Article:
It is hard to believe it has been over a week since the 2018 International Functional Fitness Federation (iF3) World Championships ended. We had a fantastic event in London which showcased some amazing athletic talent from across the globe and proved that the iF3 is making massive steps forward toward our overall goals. The weekend was undeniably an improvement from last year’s World Championships both in size, look and feel, and general execution. However, we still walked away with a list of areas to improve upon for next year. We must appreciate and celebrate our successes but also stay hungry to improve and create a better sport and experience for our athletes.
iF3 Congress Meeting and General Assembly
iF3 Worlds week kicked off on Wednesday October 3rd with the first of two days of Congress and General Assembly Meetings. These meetings allow all National Federation leaders to come together, discuss the direction of the sport, review the goals of the iF3 and the National Federations, and collaborate on new ideas and initiatives. This year’s Congress meeting was highlighted by an in-depth panel discussion on creating a strong National Federation, conversations around starting to include masters and youth competitions at the international level, additional training plans for Technical Officials, and being able to concisely define the sport.
The iF3 also took the opportunity to launch their #reachfortherings initiative during the meeting. The iF3’s #reachfortherings initiative is the ten year strategic plan aimed at achieving IOC recognition for the iF3 in time to make a bid for Olympic program inclusion for the LA 2028 Olympics. The phrase #reachfortherings was chosen for its dual meaning, signifying both our striving for inclusion in the Olympic family and thus the idea of reaching for the Olympic rings as well as the imagery of a functional fitness athlete reaching up to the high rings readying themselves before jumping up to perform movements such as muscle ups. More information about the #reachfortherings initiative and our strategic plan will be available on our website in the coming months.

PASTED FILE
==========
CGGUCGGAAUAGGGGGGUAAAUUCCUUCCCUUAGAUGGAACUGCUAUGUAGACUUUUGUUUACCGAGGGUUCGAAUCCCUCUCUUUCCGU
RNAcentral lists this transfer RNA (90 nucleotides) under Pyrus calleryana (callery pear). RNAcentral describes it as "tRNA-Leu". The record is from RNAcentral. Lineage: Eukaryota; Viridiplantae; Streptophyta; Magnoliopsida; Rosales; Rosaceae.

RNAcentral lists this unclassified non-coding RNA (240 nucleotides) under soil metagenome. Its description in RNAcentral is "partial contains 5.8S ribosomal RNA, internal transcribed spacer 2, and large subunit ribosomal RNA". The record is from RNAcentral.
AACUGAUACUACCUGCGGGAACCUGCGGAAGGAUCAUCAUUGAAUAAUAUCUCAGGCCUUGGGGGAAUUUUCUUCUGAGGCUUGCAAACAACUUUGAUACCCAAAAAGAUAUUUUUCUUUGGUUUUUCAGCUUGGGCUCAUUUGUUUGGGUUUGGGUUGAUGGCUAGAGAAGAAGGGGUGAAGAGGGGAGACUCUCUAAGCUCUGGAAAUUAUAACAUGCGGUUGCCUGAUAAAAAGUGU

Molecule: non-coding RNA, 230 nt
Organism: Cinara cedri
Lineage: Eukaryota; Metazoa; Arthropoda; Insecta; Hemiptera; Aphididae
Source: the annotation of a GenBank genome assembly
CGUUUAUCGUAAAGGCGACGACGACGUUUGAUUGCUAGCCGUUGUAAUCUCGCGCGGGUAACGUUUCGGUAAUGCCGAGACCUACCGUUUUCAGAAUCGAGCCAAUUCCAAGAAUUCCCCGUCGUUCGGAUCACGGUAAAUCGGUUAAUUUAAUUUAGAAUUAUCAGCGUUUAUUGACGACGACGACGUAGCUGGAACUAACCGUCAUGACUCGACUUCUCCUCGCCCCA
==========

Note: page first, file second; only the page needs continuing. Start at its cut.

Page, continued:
The Congress Meeting concluded with the announcement of our 2019 Worlds location. After a bidding process which saw 4 countries place bids to host Worlds in 2019, the winner was announced as Malmo, Sweden. We are incredibly excited to head to Malmo in 2019.
Friday October 5th was the opening day of competition for the Individual Medley competitors at Worlds. However, before the competition kicked off all individual and team athletes received antidoping education presented by UK Antidoping. Athlete education on antidoping rules and policies is an important part of creating an antidoping program that is compliant with the World Antidoping Code. Education is also a crucial part of protecting athletes’ rights and making sure they are aware not only of what is and is not against the rules but also what rights they have during the testing process.
Youth Community Event
While the athletes’ were participating in their antidoping education seminar, approximately 100 London school children arrived at the Lee Valley Athletic Centre to learn about and participate in some basic functional fitness exercises and games. FRFUK representative, Tom Haworth, who organized the kids community event summed it up best saying there were, “No Winners, no losers, no medals. Just movement and fun.”
The development of additional programs and events for youth and junior level athletes both at the competitive and recreational level is a focus of the iF3 for 2019.
iF3 Worlds Competition
Athletes from 15 countries and 4 continents registered for this year’s World Championships. This is double the number of countries that participated in 2017 Worlds, and we had triple the number of teams compete in the Team Medley Competition. Friday afternoon the individual medley began with Test 1: Aerobic Capacity. Though a tough event with a 75 minute time cap, the athletes’ tackled it in impressive fashion.